Most economists agree that if China is to continue its strong economic growth it must rebalance its economy to rely less on investment and exports and more on domestic consumption.
The question is whether that rebalancing will happen on its own, the result of the natural course of the business cycle, or whether it will require concerted policy actions on the part of the Chinese government.
This is one of the issues explored in a group of articles in the September issue of the IMF's quarterly magazine Finance & Development, which also examines the dramatic changes in China's export structure.
In the past 20 years, China has added about $2 trillion to world GDP, created 120 million new jobs, and pulled 400 million people out of poverty. These are big numbers—equivalent to adding a country of the economic size of Portugal every year; creating as many new jobs each year as the total number of people employed in Australia; and eradicating poverty in Ethiopia, Nigeria, Tanzania, and Zambia combined. In recent years, China has grown more than 10 percent annually while keeping inflation below 3 percent. Today, it is the fourth largest economy in the world and the third largest trading nation.
Despite these remarkable achievements, there is growing unease within China and abroad about the state of its economy. At the National People's Congress this March, Premier Wen Jiabao cautioned, "the biggest problem with China's economy is that the growth is unstable, unbalanced, uncoordinated, and unsustainable." More generally, the question is whether the pace of growth is sustainable or whether the imbalances in the economy might slow growth, perhaps significantly. And this is why China's policymakers are looking to rebalance the economy to rely less on exports and investment and more on consumption as the source of growth.
Articles in the package look at the rebalancing conundrum as well as China's changing exports. Exports have increased 10-fold over the past 15 years as the country became the third-biggest exporter behind Germany and the United States. No longer is China merely the world's workshop, assembling imported inputs into low-tech exports. Instead, the country is selling increasingly complex products that rely heavily on its own domestic inputs. But as China moves away from being the low-cost, low-tech assembler, its fortunes become more closely tied to those of the global economy.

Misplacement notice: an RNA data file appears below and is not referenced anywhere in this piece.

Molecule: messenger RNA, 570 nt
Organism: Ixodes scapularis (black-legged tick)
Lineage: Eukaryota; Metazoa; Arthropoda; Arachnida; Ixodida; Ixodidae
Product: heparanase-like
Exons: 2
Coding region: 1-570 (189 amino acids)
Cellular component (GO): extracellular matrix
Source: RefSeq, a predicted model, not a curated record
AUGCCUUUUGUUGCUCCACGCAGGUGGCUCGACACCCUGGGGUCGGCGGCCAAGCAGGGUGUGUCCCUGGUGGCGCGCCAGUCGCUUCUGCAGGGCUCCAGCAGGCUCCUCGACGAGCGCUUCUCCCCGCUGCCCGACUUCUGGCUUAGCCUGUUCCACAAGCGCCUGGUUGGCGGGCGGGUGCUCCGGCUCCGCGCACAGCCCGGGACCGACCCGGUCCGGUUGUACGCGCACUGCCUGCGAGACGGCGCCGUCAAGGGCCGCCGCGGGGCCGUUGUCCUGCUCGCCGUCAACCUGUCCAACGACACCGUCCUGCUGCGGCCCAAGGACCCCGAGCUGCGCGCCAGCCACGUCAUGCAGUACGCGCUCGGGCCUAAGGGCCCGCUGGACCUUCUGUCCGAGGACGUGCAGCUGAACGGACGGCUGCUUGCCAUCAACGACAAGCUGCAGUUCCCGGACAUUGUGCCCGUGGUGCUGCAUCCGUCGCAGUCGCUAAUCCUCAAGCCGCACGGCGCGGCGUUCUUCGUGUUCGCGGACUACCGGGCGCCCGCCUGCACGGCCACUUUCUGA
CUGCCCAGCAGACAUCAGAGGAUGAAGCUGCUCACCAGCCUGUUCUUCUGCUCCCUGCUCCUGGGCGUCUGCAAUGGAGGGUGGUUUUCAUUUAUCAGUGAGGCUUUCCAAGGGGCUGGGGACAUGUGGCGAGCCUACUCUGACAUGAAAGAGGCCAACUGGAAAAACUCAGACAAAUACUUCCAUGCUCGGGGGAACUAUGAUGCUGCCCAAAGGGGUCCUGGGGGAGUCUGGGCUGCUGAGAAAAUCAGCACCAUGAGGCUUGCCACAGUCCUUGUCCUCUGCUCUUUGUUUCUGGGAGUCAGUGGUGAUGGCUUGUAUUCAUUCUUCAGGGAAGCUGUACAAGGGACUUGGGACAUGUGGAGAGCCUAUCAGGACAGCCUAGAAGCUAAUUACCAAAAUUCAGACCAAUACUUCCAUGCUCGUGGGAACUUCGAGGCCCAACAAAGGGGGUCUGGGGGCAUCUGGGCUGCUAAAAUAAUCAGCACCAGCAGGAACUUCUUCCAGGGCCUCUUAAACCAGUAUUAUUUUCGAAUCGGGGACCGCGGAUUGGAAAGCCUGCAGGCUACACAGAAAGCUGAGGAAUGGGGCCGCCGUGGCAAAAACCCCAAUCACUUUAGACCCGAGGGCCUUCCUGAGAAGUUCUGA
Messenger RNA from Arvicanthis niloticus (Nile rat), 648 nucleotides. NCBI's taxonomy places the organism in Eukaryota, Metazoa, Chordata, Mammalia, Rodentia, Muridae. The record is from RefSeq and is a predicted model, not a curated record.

In a separate article, Hu Xiaolian, the Deputy Governor of the People's Bank of China, explains China's approach to development and economic reform, including efforts to promote consumption and consumer credit, reform the exchange rate regime, and improve macroeconomic management.
Read the group of articles: China's Rebalancing Act Jahangir Aziz and Steven Dunaway - China's economic miracle may be at risk unless the country relies more on domestic consumption. But a rebalancing of the economy is unlikely to happen on its own. What's needed is adjustment based on monetary policy, price liberalization, financial market reform, and changes in government expenditure policies.
Solving China's Rebalancing Puzzle Jonathan Anderson - Market forces will do the trick "naturally." Real rebalancing involves a slowdown in investment and a drop in net exports rather than a further pickup in urban consumption, and this is by far the most likely scenario through the end of the current decade.
China's Export Boom Mary Amiti and Caroline Freund - China's exports are not only booming, they are also becoming more sophisticated. An IMF study shows China moving out of agriculture, apparel, and textiles into electronics and machinery.
China's Growing External Dependence Li Cui - China is no longer just an assembler of imported inputs. The domestic content of China's exports is increasing and its economic fortunes are increasingly tied to those of the global economy.
Point of View China's Approach to Reform Hu Xiaolian - The Deputy Governor of the People's Bank of China gives an account of China's approach to development and economic reform, including efforts to promote consumption and consumer credit, reform the exchange rate regime, and improve macroeconomic management.
rebalancing from investment and exports to domestic consumption. This is a longstanding refrain. Premier Wen Jiabao, for instance, has stated that China's current growth path is "unstable, unbalanced, uncoordinated, and unsustainable." Yes, we keep hearing this, but is anything different happening? I am afraid that I see very little change or improvement. Nevertheless, this bunch of articles from Finance & Development makes for interesting (and relatively light) reading: